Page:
She’s quite boisterous and likes being with older kids. She puts a lot less effort into doing things, but is good if she actually tries. She’s a bit of a Ronnie O’Sullivan character. Naturally clever, but can’t be arsed! I read an article where it said that you should praise the effort rather than the achievement and we try to do that, but it’s easy to praise something and say ‘Oh that’s good’. Especially when they’re small. They don’t really understand effort. I keep trying to explain to her that you have to practice to be good at things.

We’re going to look back on the last four years, and probably the next 14/15 years, when we get old and grey I think we’re going to be incredibly proud of what we did.

I hope so.

Do you think that having children is the hardest thing you’ve ever done?

I think it’s actually quite easy but because it’s every day for years and years it’s difficult. If you look at an average day it’s easy. You feed them, etc. It’s the pressure of doing it all the time…it’s strange to do such a simple thing but we have to do it permanently. It’s the fact that you don’t know what you’re doing. You have to make up your own rules and systems.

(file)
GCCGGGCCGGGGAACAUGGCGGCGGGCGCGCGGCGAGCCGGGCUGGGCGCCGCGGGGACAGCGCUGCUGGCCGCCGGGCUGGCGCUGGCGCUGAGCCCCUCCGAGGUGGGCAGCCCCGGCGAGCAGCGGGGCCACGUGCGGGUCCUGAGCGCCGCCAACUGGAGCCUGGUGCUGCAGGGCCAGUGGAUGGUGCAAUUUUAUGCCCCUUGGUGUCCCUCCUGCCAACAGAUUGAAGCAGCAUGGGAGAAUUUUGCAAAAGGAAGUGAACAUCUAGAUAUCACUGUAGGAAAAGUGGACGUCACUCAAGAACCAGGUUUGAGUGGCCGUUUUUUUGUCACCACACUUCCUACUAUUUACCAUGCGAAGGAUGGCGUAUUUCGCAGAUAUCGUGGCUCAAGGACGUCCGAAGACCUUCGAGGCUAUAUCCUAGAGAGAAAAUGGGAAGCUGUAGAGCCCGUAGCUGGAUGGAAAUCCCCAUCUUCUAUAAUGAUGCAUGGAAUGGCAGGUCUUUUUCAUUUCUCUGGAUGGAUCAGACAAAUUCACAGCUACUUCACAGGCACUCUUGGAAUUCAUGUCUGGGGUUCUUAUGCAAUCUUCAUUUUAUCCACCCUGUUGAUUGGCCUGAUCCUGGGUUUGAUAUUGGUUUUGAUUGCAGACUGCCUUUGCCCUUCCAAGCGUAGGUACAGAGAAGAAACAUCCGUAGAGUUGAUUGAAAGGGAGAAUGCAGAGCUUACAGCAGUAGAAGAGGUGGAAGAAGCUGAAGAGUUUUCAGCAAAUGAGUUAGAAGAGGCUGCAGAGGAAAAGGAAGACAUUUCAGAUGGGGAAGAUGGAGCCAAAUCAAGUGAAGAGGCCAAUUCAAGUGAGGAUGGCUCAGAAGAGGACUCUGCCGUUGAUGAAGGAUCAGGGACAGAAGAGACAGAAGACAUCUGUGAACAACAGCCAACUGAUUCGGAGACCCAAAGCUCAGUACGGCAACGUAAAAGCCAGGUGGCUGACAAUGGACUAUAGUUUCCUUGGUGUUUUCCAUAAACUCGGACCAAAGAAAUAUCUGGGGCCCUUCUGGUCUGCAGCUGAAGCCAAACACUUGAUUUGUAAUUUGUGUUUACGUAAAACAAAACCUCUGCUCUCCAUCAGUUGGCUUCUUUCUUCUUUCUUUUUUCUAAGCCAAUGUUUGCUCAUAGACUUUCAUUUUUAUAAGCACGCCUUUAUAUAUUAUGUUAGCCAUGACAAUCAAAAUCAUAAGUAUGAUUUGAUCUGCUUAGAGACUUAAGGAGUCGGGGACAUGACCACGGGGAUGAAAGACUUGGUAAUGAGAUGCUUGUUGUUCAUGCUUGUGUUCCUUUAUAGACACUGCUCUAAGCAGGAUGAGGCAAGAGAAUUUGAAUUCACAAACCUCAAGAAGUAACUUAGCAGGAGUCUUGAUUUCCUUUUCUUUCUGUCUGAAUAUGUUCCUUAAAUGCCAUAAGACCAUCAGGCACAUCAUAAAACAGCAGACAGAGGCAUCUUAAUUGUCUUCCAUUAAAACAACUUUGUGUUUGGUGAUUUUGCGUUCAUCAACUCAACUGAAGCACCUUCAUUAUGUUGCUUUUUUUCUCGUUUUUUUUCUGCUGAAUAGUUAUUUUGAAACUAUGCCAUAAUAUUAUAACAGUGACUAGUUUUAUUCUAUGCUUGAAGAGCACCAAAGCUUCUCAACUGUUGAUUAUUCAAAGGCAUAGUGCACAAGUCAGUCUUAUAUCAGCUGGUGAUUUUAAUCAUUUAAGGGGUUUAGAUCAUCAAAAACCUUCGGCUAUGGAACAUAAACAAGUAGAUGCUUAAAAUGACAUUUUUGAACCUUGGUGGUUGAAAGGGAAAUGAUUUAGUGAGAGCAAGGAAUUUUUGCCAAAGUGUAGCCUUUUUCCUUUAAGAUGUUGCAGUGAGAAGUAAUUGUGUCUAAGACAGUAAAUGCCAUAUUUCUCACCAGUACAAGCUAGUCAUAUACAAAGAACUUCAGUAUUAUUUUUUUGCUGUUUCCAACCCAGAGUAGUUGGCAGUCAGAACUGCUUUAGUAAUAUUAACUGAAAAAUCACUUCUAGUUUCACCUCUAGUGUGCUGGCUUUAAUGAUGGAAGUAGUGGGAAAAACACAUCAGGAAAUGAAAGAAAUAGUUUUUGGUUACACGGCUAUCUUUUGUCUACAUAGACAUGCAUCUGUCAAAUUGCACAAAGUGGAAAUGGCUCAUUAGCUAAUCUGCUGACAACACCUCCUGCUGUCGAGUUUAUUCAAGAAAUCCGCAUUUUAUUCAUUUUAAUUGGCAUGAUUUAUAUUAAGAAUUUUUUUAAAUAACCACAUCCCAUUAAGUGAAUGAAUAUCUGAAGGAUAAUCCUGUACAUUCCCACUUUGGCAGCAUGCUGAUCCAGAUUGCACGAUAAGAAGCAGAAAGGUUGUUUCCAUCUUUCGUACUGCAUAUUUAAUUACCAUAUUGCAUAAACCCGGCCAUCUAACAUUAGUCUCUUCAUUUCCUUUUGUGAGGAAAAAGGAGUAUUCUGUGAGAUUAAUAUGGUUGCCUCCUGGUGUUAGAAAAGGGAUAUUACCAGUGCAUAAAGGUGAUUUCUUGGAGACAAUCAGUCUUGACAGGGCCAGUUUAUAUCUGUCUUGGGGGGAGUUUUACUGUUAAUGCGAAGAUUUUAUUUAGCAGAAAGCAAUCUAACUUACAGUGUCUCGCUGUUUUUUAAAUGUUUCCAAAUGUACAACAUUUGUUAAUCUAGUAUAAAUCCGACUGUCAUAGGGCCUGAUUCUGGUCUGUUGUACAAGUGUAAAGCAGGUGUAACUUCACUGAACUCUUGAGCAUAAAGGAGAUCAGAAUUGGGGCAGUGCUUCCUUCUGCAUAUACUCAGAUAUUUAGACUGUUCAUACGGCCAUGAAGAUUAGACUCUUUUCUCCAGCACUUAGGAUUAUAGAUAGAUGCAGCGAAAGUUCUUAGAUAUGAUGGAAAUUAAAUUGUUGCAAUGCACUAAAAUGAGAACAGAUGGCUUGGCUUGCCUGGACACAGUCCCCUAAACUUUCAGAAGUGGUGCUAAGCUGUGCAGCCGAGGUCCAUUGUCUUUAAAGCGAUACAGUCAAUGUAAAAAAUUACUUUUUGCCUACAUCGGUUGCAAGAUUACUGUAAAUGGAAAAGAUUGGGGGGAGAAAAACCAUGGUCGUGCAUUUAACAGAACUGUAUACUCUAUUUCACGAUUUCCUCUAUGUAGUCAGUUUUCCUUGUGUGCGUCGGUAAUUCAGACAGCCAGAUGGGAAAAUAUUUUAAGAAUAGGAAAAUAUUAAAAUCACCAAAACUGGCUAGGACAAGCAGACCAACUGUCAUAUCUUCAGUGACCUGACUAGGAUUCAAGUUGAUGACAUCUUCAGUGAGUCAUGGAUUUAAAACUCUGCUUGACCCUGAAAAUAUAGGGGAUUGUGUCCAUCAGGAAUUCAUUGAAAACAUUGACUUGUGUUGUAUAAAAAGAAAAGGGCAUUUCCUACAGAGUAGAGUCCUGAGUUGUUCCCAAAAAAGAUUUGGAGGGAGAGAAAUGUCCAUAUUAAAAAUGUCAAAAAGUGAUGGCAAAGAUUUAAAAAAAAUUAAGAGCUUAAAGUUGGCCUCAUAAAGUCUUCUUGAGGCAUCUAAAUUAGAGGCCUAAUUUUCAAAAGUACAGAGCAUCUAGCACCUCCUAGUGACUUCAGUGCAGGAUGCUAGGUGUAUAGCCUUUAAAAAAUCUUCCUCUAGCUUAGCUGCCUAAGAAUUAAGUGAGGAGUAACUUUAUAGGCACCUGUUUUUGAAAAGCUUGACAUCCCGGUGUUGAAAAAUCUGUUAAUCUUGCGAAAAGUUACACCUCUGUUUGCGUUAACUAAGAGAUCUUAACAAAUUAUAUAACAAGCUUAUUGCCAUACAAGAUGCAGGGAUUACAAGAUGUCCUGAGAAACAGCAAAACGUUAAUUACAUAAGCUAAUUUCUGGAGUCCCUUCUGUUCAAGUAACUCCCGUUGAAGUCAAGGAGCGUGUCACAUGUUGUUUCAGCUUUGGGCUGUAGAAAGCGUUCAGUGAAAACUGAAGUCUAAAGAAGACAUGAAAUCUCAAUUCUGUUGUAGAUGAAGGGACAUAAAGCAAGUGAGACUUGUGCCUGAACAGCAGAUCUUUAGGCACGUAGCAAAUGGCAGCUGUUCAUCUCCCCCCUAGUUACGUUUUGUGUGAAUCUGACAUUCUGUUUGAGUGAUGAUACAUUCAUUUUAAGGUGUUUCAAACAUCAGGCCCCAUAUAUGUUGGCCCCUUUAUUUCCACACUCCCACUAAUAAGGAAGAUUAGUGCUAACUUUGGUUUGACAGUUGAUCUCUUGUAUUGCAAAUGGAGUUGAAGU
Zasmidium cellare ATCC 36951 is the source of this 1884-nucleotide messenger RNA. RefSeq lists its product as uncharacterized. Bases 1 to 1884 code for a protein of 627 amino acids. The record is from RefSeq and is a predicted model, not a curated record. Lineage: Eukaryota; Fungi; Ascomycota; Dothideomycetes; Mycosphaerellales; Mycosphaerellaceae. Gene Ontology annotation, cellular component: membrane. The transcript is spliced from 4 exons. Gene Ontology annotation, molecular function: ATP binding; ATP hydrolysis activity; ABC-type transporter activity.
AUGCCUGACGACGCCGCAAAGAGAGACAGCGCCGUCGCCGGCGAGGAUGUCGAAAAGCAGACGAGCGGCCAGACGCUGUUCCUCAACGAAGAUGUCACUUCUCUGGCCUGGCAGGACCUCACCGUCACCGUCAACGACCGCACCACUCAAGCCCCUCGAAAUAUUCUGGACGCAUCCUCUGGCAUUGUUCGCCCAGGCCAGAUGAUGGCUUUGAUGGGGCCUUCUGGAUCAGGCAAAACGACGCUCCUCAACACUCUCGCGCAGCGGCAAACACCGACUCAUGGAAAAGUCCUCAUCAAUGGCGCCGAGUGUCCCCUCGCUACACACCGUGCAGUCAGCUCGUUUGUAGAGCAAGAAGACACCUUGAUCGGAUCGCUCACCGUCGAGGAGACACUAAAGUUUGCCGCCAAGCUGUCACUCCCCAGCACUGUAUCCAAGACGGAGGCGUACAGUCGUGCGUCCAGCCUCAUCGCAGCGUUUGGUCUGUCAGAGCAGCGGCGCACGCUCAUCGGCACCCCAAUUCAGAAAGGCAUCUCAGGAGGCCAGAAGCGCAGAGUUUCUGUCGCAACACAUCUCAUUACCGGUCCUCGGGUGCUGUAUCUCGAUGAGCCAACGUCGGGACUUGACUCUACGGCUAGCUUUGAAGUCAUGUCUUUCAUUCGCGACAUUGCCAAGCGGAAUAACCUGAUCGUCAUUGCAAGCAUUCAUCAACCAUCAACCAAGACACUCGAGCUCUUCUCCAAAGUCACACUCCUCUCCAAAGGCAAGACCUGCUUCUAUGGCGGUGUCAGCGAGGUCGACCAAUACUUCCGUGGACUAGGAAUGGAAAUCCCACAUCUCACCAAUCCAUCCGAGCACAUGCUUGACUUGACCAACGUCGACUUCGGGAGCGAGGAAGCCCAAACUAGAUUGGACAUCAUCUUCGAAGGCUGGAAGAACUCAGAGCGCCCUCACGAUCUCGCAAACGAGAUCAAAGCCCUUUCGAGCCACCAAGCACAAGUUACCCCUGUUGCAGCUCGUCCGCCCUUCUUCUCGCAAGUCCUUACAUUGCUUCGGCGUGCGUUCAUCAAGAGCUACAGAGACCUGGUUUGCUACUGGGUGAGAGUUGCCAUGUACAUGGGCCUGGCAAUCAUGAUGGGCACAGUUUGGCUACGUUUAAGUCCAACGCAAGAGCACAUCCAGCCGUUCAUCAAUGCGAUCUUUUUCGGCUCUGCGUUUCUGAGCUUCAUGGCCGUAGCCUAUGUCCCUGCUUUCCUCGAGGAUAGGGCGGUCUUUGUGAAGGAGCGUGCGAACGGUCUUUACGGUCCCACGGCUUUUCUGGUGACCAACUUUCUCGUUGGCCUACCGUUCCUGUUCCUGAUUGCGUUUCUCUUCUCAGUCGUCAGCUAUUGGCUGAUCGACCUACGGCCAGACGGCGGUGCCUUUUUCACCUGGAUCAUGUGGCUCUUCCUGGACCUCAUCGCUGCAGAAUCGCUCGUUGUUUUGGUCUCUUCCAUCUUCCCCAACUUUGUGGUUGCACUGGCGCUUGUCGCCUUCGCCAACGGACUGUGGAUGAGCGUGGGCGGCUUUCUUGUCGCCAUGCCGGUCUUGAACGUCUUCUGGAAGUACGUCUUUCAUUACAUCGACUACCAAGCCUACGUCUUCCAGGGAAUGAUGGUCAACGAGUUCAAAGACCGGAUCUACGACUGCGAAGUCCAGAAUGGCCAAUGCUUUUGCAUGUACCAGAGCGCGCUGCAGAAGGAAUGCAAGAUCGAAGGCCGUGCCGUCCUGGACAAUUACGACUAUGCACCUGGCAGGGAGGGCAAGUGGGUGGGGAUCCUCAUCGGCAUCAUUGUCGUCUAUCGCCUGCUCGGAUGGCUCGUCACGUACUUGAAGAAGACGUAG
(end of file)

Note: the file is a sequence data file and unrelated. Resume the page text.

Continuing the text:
It’s like having a piece of flat-pack furniture and not having any instructions or any idea what it’s for.

There’s no way of changing that. People can tell you what it’s like but it doesn’t actually help. That’s why I don’t like to give advice. It’s going to be hard and you have to work it out for yourself.

The thing that struck me about the transcript of the interview we did was that you sounded quite down. There was a lot of stuff about your lack of quiet time, it was hard work, they had a lot of tantrums, you were shouting at them and a lot of it was really downbeat and I felt quite sad.